HashiCorp Vault 0.4

HashiCorp Vault 0.4

Dec 10 2015 Jeff Mitchell

We are proud to announce the release of Vault 0.4. Vault is a tool for managing secrets. From storing credentials and API keys to encrypting sensitive data to managing access to external systems, Vault is meant to be a solution for all secret management needs.

Vault 0.4 brings significant enhancements to the pki backend, CRL checking for certificate authentication, a default policy, and a long list of improvements and bug fixes. Please see the full Vault 0.4 CHANGELOG for more details.

As always, a big thanks to our community for their ideas, bug reports, and pull requests.

You can download Vault 0.4 from the project website. Upgrade information is available at the end of this post.

Read on to learn more about the major new features in Vault 0.4.

CRL Revocation Checking for Certificate Authentication

The cert authentication backend now allows uploading CRLs. Each CRL is identified by a name and can be updated or removed individually. The way that CRLs are handled is similar to Chrome's CRLSets: Vault strives to behave deterministically, and as a result it does not perform CRL fetching itself, avoiding guesswork and edge cases around soft-fail conditions.

When a user attempts to authenticate to Vault with a TLS certificate, the serial number on the certificate is checked against the serial numbers contained in the existing CRLs. If the serial number is contained in any provided CRL, authentication is denied.

See the backend documentation

path "auth/token/renew-self" { policy = "write" }

path "auth/token/revoke-self" { policy = "write" }

The policy simply gives access to the renew, revoke, and lookup functions for the token itself. In general, there is no reason for tokens to not have access to these endpoints; however, while the policy cannot be deleted, you are free to modify the policy however you wish (including removing its contents) after it is created.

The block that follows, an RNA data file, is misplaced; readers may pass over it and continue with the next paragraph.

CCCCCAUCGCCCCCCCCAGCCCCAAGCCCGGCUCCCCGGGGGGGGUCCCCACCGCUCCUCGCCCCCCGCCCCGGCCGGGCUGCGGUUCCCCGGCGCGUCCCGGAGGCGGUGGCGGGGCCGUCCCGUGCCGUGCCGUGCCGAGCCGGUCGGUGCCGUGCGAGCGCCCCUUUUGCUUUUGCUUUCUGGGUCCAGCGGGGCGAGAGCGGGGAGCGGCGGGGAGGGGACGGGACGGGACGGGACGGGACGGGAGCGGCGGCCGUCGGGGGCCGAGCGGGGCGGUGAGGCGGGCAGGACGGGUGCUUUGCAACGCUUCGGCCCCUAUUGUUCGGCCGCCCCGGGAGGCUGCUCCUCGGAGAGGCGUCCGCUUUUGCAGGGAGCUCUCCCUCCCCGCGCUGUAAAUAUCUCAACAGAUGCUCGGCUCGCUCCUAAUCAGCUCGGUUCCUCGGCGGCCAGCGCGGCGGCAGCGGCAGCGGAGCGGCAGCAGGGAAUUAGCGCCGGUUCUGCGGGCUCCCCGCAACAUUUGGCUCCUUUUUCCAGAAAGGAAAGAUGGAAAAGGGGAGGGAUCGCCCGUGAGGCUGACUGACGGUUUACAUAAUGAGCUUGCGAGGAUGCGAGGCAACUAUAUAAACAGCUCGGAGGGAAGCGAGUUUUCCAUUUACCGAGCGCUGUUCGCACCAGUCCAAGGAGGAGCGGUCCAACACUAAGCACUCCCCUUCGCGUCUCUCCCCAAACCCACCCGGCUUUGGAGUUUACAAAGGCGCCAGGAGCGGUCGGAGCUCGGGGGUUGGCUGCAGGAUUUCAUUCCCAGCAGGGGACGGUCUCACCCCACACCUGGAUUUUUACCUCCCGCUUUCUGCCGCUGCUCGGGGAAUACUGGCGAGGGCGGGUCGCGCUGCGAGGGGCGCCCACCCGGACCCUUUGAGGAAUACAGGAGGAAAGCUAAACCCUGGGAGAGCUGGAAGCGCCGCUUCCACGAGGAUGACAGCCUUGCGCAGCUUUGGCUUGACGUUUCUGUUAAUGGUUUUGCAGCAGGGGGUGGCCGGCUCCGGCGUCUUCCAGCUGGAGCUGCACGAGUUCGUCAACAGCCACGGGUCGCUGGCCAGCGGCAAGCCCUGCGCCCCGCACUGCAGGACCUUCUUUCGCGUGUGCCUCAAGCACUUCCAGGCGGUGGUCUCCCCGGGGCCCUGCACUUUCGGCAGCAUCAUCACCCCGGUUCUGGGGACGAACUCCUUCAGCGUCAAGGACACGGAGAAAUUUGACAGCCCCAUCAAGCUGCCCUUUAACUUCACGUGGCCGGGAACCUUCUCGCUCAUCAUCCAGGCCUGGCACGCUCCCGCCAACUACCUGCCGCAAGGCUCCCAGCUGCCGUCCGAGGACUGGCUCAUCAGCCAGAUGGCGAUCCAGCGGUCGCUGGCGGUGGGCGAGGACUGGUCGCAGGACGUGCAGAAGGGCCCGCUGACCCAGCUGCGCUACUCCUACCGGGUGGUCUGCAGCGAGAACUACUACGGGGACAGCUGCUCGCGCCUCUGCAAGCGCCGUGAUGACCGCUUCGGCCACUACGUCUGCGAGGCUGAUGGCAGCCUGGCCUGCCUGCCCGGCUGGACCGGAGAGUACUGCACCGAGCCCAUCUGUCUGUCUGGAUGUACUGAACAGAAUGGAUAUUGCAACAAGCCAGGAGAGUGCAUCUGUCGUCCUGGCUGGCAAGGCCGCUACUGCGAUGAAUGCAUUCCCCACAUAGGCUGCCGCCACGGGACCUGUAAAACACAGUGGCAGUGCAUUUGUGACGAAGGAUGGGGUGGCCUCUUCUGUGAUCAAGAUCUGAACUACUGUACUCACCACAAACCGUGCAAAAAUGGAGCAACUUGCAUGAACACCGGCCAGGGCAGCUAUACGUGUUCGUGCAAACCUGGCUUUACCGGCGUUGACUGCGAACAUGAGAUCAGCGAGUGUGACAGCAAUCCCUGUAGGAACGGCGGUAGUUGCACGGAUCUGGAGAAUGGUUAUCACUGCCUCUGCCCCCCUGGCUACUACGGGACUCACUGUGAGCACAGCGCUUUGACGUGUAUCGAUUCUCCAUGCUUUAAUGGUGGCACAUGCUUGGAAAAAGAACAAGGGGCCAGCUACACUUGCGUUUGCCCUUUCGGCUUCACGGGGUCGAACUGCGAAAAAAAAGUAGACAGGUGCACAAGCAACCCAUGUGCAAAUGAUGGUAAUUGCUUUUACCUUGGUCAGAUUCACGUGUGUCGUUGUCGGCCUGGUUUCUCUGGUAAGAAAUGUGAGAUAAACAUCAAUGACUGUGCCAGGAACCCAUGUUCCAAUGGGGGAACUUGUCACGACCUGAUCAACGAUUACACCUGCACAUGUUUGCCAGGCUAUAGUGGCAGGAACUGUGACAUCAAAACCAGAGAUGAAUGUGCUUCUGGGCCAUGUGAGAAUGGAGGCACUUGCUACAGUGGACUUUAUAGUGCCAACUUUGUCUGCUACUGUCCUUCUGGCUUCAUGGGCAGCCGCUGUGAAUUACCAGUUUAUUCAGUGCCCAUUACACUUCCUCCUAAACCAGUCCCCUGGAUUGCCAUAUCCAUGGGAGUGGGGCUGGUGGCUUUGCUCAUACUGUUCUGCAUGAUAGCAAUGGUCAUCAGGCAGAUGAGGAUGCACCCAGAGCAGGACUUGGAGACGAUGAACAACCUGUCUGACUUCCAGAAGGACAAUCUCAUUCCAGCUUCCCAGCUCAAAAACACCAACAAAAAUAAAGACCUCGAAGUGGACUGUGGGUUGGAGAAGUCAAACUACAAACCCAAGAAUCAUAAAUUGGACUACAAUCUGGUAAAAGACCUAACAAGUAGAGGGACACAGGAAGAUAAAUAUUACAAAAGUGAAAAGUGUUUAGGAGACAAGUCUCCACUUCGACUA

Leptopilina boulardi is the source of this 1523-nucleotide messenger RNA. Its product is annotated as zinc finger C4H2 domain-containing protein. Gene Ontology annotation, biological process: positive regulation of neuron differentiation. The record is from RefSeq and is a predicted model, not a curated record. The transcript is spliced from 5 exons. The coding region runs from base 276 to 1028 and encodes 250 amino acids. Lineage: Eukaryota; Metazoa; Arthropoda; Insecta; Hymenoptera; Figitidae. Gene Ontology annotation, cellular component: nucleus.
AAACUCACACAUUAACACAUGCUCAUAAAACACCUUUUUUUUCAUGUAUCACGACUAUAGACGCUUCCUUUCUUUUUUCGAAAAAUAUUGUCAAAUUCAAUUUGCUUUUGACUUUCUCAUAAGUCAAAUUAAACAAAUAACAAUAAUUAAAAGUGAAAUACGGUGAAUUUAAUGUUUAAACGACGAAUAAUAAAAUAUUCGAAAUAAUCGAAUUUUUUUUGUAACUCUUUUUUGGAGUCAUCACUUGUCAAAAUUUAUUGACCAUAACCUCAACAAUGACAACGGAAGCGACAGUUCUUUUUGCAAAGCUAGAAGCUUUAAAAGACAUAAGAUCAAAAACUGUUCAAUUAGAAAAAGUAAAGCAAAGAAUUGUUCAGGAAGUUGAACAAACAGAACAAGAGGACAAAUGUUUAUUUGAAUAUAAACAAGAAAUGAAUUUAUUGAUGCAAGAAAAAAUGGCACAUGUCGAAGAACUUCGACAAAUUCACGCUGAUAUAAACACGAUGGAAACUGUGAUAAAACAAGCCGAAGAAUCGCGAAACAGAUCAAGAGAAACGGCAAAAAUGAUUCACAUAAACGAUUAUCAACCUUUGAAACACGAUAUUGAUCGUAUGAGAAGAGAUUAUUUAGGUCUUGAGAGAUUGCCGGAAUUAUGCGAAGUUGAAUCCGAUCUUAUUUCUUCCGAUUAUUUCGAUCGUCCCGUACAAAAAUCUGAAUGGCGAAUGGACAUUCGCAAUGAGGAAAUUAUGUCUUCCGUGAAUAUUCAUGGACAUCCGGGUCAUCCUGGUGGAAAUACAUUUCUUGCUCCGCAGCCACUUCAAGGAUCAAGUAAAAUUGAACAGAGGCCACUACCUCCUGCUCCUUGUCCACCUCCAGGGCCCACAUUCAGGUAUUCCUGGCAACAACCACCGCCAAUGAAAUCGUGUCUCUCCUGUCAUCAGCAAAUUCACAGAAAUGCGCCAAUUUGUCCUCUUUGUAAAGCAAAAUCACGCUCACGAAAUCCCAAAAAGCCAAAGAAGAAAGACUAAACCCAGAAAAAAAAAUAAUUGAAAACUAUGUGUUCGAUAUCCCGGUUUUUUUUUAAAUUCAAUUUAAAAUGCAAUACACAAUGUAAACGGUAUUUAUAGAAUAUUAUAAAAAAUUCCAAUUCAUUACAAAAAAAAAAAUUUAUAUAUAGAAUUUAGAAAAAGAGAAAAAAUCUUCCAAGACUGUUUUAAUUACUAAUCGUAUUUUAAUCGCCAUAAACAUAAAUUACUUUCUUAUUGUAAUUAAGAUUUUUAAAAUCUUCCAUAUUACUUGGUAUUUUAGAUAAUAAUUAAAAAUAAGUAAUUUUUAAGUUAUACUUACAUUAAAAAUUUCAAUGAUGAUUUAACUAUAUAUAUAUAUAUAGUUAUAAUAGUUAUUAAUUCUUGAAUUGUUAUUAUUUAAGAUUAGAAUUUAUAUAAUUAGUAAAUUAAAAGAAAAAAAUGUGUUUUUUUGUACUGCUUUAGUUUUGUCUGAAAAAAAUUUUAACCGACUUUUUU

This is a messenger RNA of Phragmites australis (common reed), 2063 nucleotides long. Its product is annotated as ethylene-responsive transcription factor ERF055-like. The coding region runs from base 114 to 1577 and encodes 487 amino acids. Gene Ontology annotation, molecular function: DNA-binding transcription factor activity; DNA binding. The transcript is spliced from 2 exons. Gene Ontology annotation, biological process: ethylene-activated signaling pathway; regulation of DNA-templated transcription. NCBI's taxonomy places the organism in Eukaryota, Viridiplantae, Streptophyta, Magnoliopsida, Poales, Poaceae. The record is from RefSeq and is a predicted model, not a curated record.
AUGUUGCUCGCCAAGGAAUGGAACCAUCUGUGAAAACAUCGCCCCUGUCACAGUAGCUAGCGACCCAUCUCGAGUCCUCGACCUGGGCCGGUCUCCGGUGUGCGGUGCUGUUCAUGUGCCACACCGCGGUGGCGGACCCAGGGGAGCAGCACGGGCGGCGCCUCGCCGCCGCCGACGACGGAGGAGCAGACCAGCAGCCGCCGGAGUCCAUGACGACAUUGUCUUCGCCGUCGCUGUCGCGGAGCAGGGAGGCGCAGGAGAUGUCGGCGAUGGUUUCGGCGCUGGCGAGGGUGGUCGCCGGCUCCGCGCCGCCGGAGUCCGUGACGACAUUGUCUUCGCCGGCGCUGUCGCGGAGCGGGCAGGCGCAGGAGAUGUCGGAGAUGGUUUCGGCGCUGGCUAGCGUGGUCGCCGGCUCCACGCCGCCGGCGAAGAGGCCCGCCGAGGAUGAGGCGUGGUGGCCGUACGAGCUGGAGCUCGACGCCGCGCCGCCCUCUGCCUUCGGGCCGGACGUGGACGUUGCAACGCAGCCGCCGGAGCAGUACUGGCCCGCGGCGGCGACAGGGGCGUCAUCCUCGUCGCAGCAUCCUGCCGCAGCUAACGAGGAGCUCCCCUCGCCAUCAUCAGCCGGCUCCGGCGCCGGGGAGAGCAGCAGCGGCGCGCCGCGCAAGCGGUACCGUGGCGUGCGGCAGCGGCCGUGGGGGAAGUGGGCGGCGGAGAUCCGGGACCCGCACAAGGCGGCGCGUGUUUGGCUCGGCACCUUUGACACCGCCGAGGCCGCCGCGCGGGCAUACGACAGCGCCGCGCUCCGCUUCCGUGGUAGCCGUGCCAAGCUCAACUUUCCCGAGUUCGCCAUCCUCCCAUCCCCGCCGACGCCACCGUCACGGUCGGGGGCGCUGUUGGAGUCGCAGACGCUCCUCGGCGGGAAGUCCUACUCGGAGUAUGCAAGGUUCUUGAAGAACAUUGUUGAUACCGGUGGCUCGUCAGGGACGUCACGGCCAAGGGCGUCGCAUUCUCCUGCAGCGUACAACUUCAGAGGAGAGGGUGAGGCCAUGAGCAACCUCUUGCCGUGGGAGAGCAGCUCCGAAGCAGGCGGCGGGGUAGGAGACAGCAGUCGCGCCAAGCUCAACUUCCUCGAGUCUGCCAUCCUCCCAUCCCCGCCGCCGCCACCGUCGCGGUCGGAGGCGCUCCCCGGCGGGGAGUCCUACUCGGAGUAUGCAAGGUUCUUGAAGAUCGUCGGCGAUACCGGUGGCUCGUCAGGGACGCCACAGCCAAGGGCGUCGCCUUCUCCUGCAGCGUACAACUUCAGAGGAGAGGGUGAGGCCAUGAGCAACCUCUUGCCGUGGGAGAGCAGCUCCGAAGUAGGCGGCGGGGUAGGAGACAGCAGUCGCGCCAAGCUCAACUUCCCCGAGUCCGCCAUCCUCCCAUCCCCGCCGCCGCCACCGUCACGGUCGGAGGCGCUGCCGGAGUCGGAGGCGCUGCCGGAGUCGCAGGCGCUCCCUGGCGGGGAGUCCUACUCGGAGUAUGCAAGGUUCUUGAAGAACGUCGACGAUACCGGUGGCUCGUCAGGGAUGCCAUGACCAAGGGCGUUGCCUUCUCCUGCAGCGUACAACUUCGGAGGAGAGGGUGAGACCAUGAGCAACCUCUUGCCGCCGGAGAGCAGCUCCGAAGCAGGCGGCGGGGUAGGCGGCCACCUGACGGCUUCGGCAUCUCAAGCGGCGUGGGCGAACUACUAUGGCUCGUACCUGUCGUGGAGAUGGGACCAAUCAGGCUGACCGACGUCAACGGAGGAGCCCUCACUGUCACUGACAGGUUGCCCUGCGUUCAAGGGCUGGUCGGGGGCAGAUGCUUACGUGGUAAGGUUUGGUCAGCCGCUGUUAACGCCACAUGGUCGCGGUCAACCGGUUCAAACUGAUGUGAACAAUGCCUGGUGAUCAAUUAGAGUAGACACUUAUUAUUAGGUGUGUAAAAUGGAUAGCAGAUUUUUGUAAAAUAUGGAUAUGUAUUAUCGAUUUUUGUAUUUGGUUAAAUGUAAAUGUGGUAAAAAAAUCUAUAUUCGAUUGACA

If you already have a policy named default, Vault will not overwrite it.

PKI Backend Enhancements

Vault's pki secret backend has received significant enhancements in 0.4. Prior to now, the backend allowed an uploaded CA certificate to be used to issue certificates and associated private keys to callers. The new features added in 0.4 include:

  • Generating self-signed roots

  • Signing intermediate CA CSRs

  • Flexible handling of URLs encoded in certificates

  • Signing of client CSRs

  • Handling of multiple domains within a single role

  • More supported certificate options/features

Some of these will be detailed below, showing examples of the commands and output. For ease of showing the examples the Vault CLI will be used, but since the CLI is simply a wrapper around Vault's JSON API, all functionality is available via the API.

Note that not all options are shown here (or elsewhere in this post); for instance, when generating CAs, there are options to control the key type and length, output format, maximum path length, and more. The documentation shows the full API with all available options.

First Steps

Authority Information Access: 
  CA Issuers - URI:http://vault.example.com:8200/v1/rootpki/ca

X509v3 Subject Alternative Name: 
  DNS:example.com
X509v3 CRL Distribution Points: 

  Full Name:
    URI:http://vault.example.com:8200/v1/rootpki/crl

Signature Algorithm: sha256WithRSAEncryption be:9b:43:db:04:4c:44:f3:b7:49:4b:2a:81:57:8a:09:80:9f: a2:9e:ec:76:10:e9:88:76:45:6c:06:c9:3b:0a:ec:d1:c9:15: 7f:b2:f4:22:02:bc:1f:d4:4c:20:a5:e4:a0:cf:b3:a3:cb:c6: 6c:e2:6f:0b:28:74:82:18:0a:09:f4:e4:13:20:a6:b6:cc:3d: 91:47:82:c1:3d:4d:2f:fa:5e:54:a9:0b:59:89:96:b1:c4:0d: e0:39:37:3a:3d:6d:63:ab:2d:e2:10:70:93:4c:ae:fc:59:59: 7e:ae:f5:a6:3f:a1:1c:9f:a8:3b:70:dd:bf:55:f0:d0:5c:38: d6:86:ef:25:65:bf:21:a8:d6:3c:73:b7:d2:22:c9:ff:a8:41: 72:d4:85:b7:ea:ab:44:41:f9:49:c1:6e:54:a9:68:c4:4d:77: 9b:aa:0d:e9:18:47:95:8c:5e:97:cf:ac:e8:19:8a:c2:76:b7: e4:db:8d:49:13:44:88:b6:90:7d:8d:bd:d3:a0:39:e8:bd:c3: 6d:0b:31:d1:4d:32:04:3a:e8:7f:40:96:65:12:54:a1:fa:a8: 95:ef:90:70:d6:f6:61:79:85:58:56:b5:92:e3:a6:94:50:8c: 48:1a:21:c6:7b:f4:e5:70:99:a0:f6:8b:5e:57:6e:f7:fb:d8: 03:66:05:21